Monday, October 03, 2005

Firmware - Quietly Running the World

Firmware is everywhere. If the joke about how your appliances will have IP address and chat to one another while you are at work is slightly worriesome to you, you should be very worried about firmware.

Firmware is not about underwear with wires and foam. Firmware is the netherworld between hardware and software that, like duct tape, just might be holding the world together. Except firmware isn’t as sticky.

Firmware is everywhere, burned into rom chips in cars, fridges, ovens, expensive toasters, house alarms, sprinkler systems (can you tell we are new house owners?), pda’s, audio equipment, cameras, watches, timers, and of course, computers.

Writing firmware is hard, and debugging it is even harder. Firmware runs in real-time, that is, it has to respond quickly to real-world events, like temperature sensors, switches opening and closing, as well as really slow events like waiting for someone to press a key (I imagine PC’s spend 99.9% of the time awaiting human interaction). Debugging firmware is hard because it runs in a resource-poor environment, where interaction with the hardware is the programmer’s main source of feedback. Since firmware is another form of software, we can expect it to be plagued with all the same problems we have come to expect from software.

A few years ago (pre-iPod) we bought a RioVolt cd/mp3-player. Not only did this cd-player play cd’s but it also played ISO-9660 disks of MP3 files. So this means we could compress 10 or so CDs onto a single CD-R and play about 10 hours off one disc. Cool.

No sooner did we get this puppy home than we checked out the web site, where I was informed there is an update to the firmware on this device? What could you possibly get wrong in v1.13 that you have to correct on 32KB of ROM? What else- new features. Better song sorting, easier ways to navigate the complexity of your disc and directories. Ok, fine. Now how do you actually go about updating the firmware of a CD/MP3 player? In this case, very cleverly. I expected some serial port/USB hack download utility. Forget it. You simply download the firmware upgrade file, then burn a CD with the upgrade firmware on it, and stick it in the player. It starts up, recognizes this upgrade file, and rewrites its own brains. I had to turn it back on by hand after. It now sports new features and a glowing v2.0 splash screen.

A year before, we had a rash of firmware upgrades for our laptops at the office, and it was a study in how hard and how easy a firmware upgrade can be. The guys using the NEC laptops had to upgrade from sloppy disc, a process that took two electrical engineers several hours to perform. On my Apple G3 powerbook, I downloaded the app off the web and ran it. It told me it would have to restart and the screen would show the upgrade process, then reboot. I clicked and watched. Sure enough, the application did something mysterious for a while, the machine restarted, and a very simple gui appeared showing the progress bar of the upgrade. Remember, firmware is right above the hardware layer so there is not a lot of operating system and graphics-card level resources for it to play with, so showing anything on screen came at the cost of someone poking pixels into video ram. After this 30 second upgrade was complete, the reboot took me back to the real world of operating systems, and one that could properly handle firewire again.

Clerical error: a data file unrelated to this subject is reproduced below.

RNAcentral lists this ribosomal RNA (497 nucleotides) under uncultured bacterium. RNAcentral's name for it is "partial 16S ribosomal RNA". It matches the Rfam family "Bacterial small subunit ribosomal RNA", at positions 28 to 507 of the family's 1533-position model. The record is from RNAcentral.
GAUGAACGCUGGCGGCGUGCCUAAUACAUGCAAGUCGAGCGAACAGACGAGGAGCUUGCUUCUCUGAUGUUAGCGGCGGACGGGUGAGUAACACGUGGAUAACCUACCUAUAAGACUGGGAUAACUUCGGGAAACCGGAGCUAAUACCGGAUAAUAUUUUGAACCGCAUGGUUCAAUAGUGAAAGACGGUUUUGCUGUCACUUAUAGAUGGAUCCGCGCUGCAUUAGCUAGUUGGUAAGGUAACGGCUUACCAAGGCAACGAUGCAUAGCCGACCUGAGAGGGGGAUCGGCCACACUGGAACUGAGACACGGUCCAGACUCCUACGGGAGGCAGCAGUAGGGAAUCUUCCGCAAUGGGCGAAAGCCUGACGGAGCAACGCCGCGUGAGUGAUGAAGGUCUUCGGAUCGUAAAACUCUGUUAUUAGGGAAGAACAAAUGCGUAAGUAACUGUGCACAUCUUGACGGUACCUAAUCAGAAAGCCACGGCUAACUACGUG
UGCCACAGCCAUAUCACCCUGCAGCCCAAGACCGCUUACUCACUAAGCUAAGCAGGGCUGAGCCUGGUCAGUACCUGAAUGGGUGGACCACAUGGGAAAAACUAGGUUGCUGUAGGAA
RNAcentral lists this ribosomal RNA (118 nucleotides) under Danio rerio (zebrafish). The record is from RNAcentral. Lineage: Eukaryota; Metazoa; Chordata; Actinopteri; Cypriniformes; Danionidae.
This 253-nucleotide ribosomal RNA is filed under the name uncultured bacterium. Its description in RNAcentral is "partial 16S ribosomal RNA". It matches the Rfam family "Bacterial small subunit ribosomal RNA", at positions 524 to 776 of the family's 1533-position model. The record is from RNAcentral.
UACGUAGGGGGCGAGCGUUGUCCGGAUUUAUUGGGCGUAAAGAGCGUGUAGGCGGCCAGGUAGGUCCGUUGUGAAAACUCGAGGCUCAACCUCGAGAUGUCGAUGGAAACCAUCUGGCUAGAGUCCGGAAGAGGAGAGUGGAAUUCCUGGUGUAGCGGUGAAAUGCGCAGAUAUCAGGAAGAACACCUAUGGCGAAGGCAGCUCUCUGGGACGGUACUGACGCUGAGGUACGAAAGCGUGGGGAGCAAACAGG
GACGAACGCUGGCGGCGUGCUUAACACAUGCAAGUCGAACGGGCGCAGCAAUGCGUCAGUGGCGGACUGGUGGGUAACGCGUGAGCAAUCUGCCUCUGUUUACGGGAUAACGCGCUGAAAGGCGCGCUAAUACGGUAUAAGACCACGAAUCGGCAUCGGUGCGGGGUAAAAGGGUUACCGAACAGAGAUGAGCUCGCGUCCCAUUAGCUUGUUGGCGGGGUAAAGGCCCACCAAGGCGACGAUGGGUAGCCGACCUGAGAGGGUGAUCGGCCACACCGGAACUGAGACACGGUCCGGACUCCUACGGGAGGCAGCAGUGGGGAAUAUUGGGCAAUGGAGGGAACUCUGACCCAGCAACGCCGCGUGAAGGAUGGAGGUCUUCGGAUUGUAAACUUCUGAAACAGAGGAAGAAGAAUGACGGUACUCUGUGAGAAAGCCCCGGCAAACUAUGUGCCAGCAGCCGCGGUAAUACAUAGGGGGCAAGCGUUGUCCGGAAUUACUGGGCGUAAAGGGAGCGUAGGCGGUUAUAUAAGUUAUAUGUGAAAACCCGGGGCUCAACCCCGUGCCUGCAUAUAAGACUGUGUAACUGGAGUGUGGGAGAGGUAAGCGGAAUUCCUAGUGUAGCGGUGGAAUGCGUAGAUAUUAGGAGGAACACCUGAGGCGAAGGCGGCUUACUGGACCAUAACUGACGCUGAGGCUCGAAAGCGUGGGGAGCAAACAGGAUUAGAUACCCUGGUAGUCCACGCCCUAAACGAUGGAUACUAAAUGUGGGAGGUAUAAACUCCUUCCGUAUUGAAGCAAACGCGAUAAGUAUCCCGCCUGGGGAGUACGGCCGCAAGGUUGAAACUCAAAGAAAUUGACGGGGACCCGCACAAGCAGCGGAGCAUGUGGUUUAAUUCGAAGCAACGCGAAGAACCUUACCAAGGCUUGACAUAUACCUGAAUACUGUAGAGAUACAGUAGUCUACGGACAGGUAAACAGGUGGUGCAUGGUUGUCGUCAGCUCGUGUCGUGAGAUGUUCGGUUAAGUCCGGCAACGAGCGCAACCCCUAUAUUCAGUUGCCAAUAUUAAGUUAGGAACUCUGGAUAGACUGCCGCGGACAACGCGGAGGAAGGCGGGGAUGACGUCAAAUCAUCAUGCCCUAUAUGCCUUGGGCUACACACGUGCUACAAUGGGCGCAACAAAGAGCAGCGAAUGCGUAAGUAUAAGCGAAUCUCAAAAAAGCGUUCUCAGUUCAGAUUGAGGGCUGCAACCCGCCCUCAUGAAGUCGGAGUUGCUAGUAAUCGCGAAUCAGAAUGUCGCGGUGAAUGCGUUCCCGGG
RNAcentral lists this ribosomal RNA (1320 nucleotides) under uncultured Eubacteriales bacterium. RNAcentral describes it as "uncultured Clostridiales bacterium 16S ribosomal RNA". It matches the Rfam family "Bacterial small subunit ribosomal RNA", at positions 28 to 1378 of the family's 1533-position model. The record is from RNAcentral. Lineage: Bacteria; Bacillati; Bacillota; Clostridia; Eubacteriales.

Upgrading firmware is always going to be a grungy task, since it is by definition low level. As systems get more complex, so does the firmware. I blew up our convection microwave oven by pressing keys in an order that I thought would convect but in fact nuked. A more disastrous case was the Therac-25, which left open a chance for a technician to perform a sequence of keystrokes that delivered 100 times the regular dose of x-rays to a patient.

As designers, we have to keep in mind the phrase I learned at a CHI (Computer Human Interface) conference years ago which was “Know Thy Users for they are not You.” Firmware will continue to be a critical component of a microprocessor powered world, and making it easy for mortals to deal with devices, as well as the ability to upgrade their firmware is another responsibility we should take seriously.

Now if you’ll excuse me, my refrigerator just e-mailed me complaining about the trashy language coming from the garburator…